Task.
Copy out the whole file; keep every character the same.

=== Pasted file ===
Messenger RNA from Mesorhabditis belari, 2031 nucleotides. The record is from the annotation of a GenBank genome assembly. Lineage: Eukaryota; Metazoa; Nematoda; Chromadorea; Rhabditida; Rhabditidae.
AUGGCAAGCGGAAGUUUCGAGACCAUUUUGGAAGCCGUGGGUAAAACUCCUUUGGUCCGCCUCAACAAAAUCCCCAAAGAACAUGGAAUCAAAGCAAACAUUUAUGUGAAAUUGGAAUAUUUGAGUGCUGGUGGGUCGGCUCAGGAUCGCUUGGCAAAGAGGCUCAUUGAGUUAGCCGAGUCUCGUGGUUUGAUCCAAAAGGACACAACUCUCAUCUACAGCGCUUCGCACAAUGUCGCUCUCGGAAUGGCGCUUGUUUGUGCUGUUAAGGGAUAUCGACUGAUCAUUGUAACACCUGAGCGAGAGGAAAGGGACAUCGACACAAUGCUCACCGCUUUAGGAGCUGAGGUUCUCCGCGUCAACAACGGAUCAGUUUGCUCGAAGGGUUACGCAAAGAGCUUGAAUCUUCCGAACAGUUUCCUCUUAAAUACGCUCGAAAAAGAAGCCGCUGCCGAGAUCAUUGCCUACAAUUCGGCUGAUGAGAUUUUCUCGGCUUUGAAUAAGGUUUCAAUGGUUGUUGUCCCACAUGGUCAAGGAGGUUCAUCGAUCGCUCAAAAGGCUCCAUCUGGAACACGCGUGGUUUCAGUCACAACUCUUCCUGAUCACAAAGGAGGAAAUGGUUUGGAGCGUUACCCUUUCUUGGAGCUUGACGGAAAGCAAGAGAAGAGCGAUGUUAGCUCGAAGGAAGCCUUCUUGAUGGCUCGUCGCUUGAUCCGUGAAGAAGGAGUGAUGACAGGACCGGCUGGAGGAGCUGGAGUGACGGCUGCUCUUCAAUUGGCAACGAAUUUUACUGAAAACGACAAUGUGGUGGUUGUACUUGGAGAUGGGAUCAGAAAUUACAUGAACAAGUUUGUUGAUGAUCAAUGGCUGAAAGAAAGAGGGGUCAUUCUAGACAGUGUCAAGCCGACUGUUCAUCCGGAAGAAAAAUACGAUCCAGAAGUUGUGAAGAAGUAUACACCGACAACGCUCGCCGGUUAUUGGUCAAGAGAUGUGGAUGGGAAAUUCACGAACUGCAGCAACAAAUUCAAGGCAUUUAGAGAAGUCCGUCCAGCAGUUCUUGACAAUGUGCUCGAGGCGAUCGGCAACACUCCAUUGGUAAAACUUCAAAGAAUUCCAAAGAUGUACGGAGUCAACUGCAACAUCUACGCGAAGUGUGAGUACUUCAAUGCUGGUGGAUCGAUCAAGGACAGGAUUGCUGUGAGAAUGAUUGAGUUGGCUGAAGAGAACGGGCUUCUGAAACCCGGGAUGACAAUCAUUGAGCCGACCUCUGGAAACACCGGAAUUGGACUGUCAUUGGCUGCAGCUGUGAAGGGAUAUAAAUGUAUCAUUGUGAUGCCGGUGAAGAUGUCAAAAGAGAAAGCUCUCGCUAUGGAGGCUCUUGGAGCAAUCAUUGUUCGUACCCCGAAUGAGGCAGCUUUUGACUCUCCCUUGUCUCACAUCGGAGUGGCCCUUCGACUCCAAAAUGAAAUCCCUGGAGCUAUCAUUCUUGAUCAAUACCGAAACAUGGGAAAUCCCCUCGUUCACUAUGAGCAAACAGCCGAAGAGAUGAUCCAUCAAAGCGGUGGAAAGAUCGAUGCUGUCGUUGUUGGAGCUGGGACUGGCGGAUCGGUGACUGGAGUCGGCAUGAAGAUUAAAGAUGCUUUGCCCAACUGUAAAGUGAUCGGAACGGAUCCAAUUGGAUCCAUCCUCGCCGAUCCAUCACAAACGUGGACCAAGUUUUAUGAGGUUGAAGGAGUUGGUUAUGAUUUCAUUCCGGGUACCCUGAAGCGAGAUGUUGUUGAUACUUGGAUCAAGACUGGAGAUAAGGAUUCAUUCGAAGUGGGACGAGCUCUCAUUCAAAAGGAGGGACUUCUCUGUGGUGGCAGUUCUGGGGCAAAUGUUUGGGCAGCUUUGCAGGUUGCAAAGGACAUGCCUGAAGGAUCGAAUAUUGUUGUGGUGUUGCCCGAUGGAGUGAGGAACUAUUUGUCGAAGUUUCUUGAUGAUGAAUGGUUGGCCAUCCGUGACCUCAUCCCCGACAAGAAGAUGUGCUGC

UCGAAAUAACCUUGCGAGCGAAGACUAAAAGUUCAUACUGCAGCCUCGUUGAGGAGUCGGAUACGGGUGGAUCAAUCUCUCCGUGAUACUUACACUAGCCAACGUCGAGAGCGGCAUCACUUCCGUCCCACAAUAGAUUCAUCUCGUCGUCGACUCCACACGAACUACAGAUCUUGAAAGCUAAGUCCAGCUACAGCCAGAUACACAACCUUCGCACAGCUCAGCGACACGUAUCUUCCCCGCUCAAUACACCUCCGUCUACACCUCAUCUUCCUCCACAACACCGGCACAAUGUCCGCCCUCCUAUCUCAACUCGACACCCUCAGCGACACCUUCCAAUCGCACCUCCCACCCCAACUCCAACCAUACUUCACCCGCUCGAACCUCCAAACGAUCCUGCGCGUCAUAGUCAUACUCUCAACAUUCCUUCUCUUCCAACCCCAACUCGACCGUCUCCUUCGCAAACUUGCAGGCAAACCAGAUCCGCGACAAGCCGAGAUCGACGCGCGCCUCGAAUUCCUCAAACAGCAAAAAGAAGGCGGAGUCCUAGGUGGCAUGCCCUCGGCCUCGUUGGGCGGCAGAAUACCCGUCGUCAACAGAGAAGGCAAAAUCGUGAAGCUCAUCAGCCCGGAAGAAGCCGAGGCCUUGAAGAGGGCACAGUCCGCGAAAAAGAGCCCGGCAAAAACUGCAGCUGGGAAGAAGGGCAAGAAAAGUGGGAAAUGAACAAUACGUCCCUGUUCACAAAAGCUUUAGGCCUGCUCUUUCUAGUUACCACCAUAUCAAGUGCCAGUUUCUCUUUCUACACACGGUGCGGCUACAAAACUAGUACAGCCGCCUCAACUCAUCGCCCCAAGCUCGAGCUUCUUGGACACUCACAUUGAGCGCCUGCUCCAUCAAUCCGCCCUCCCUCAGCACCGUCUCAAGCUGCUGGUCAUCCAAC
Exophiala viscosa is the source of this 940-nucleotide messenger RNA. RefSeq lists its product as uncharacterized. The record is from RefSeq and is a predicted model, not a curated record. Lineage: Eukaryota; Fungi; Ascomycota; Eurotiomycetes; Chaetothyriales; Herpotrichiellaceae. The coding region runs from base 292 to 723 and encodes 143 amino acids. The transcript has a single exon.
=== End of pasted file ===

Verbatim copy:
Messenger RNA from Mesorhabditis belari, 2031 nucleotides. The record is from the annotation of a GenBank genome assembly. Lineage: Eukaryota; Metazoa; Nematoda; Chromadorea; Rhabditida; Rhabditidae.
AUGGCAAGCGGAAGUUUCGAGACCAUUUUGGAAGCCGUGGGUAAAACUCCUUUGGUCCGCCUCAACAAAAUCCCCAAAGAACAUGGAAUCAAAGCAAACAUUUAUGUGAAAUUGGAAUAUUUGAGUGCUGGUGGGUCGGCUCAGGAUCGCUUGGCAAAGAGGCUCAUUGAGUUAGCCGAGUCUCGUGGUUUGAUCCAAAAGGACACAACUCUCAUCUACAGCGCUUCGCACAAUGUCGCUCUCGGAAUGGCGCUUGUUUGUGCUGUUAAGGGAUAUCGACUGAUCAUUGUAACACCUGAGCGAGAGGAAAGGGACAUCGACACAAUGCUCACCGCUUUAGGAGCUGAGGUUCUCCGCGUCAACAACGGAUCAGUUUGCUCGAAGGGUUACGCAAAGAGCUUGAAUCUUCCGAACAGUUUCCUCUUAAAUACGCUCGAAAAAGAAGCCGCUGCCGAGAUCAUUGCCUACAAUUCGGCUGAUGAGAUUUUCUCGGCUUUGAAUAAGGUUUCAAUGGUUGUUGUCCCACAUGGUCAAGGAGGUUCAUCGAUCGCUCAAAAGGCUCCAUCUGGAACACGCGUGGUUUCAGUCACAACUCUUCCUGAUCACAAAGGAGGAAAUGGUUUGGAGCGUUACCCUUUCUUGGAGCUUGACGGAAAGCAAGAGAAGAGCGAUGUUAGCUCGAAGGAAGCCUUCUUGAUGGCUCGUCGCUUGAUCCGUGAAGAAGGAGUGAUGACAGGACCGGCUGGAGGAGCUGGAGUGACGGCUGCUCUUCAAUUGGCAACGAAUUUUACUGAAAACGACAAUGUGGUGGUUGUACUUGGAGAUGGGAUCAGAAAUUACAUGAACAAGUUUGUUGAUGAUCAAUGGCUGAAAGAAAGAGGGGUCAUUCUAGACAGUGUCAAGCCGACUGUUCAUCCGGAAGAAAAAUACGAUCCAGAAGUUGUGAAGAAGUAUACACCGACAACGCUCGCCGGUUAUUGGUCAAGAGAUGUGGAUGGGAAAUUCACGAACUGCAGCAACAAAUUCAAGGCAUUUAGAGAAGUCCGUCCAGCAGUUCUUGACAAUGUGCUCGAGGCGAUCGGCAACACUCCAUUGGUAAAACUUCAAAGAAUUCCAAAGAUGUACGGAGUCAACUGCAACAUCUACGCGAAGUGUGAGUACUUCAAUGCUGGUGGAUCGAUCAAGGACAGGAUUGCUGUGAGAAUGAUUGAGUUGGCUGAAGAGAACGGGCUUCUGAAACCCGGGAUGACAAUCAUUGAGCCGACCUCUGGAAACACCGGAAUUGGACUGUCAUUGGCUGCAGCUGUGAAGGGAUAUAAAUGUAUCAUUGUGAUGCCGGUGAAGAUGUCAAAAGAGAAAGCUCUCGCUAUGGAGGCUCUUGGAGCAAUCAUUGUUCGUACCCCGAAUGAGGCAGCUUUUGACUCUCCCUUGUCUCACAUCGGAGUGGCCCUUCGACUCCAAAAUGAAAUCCCUGGAGCUAUCAUUCUUGAUCAAUACCGAAACAUGGGAAAUCCCCUCGUUCACUAUGAGCAAACAGCCGAAGAGAUGAUCCAUCAAAGCGGUGGAAAGAUCGAUGCUGUCGUUGUUGGAGCUGGGACUGGCGGAUCGGUGACUGGAGUCGGCAUGAAGAUUAAAGAUGCUUUGCCCAACUGUAAAGUGAUCGGAACGGAUCCAAUUGGAUCCAUCCUCGCCGAUCCAUCACAAACGUGGACCAAGUUUUAUGAGGUUGAAGGAGUUGGUUAUGAUUUCAUUCCGGGUACCCUGAAGCGAGAUGUUGUUGAUACUUGGAUCAAGACUGGAGAUAAGGAUUCAUUCGAAGUGGGACGAGCUCUCAUUCAAAAGGAGGGACUUCUCUGUGGUGGCAGUUCUGGGGCAAAUGUUUGGGCAGCUUUGCAGGUUGCAAAGGACAUGCCUGAAGGAUCGAAUAUUGUUGUGGUGUUGCCCGAUGGAGUGAGGAACUAUUUGUCGAAGUUUCUUGAUGAUGAAUGGUUGGCCAUCCGUGACCUCAUCCCCGACAAGAAGAUGUGCUGC

UCGAAAUAACCUUGCGAGCGAAGACUAAAAGUUCAUACUGCAGCCUCGUUGAGGAGUCGGAUACGGGUGGAUCAAUCUCUCCGUGAUACUUACACUAGCCAACGUCGAGAGCGGCAUCACUUCCGUCCCACAAUAGAUUCAUCUCGUCGUCGACUCCACACGAACUACAGAUCUUGAAAGCUAAGUCCAGCUACAGCCAGAUACACAACCUUCGCACAGCUCAGCGACACGUAUCUUCCCCGCUCAAUACACCUCCGUCUACACCUCAUCUUCCUCCACAACACCGGCACAAUGUCCGCCCUCCUAUCUCAACUCGACACCCUCAGCGACACCUUCCAAUCGCACCUCCCACCCCAACUCCAACCAUACUUCACCCGCUCGAACCUCCAAACGAUCCUGCGCGUCAUAGUCAUACUCUCAACAUUCCUUCUCUUCCAACCCCAACUCGACCGUCUCCUUCGCAAACUUGCAGGCAAACCAGAUCCGCGACAAGCCGAGAUCGACGCGCGCCUCGAAUUCCUCAAACAGCAAAAAGAAGGCGGAGUCCUAGGUGGCAUGCCCUCGGCCUCGUUGGGCGGCAGAAUACCCGUCGUCAACAGAGAAGGCAAAAUCGUGAAGCUCAUCAGCCCGGAAGAAGCCGAGGCCUUGAAGAGGGCACAGUCCGCGAAAAAGAGCCCGGCAAAAACUGCAGCUGGGAAGAAGGGCAAGAAAAGUGGGAAAUGAACAAUACGUCCCUGUUCACAAAAGCUUUAGGCCUGCUCUUUCUAGUUACCACCAUAUCAAGUGCCAGUUUCUCUUUCUACACACGGUGCGGCUACAAAACUAGUACAGCCGCCUCAACUCAUCGCCCCAAGCUCGAGCUUCUUGGACACUCACAUUGAGCGCCUGCUCCAUCAAUCCGCCCUCCCUCAGCACCGUCUCAAGCUGCUGGUCAUCCAAC
Exophiala viscosa is the source of this 940-nucleotide messenger RNA. RefSeq lists its product as uncharacterized. The record is from RefSeq and is a predicted model, not a curated record. Lineage: Eukaryota; Fungi; Ascomycota; Eurotiomycetes; Chaetothyriales; Herpotrichiellaceae. The coding region runs from base 292 to 723 and encodes 143 amino acids. The transcript has a single exon.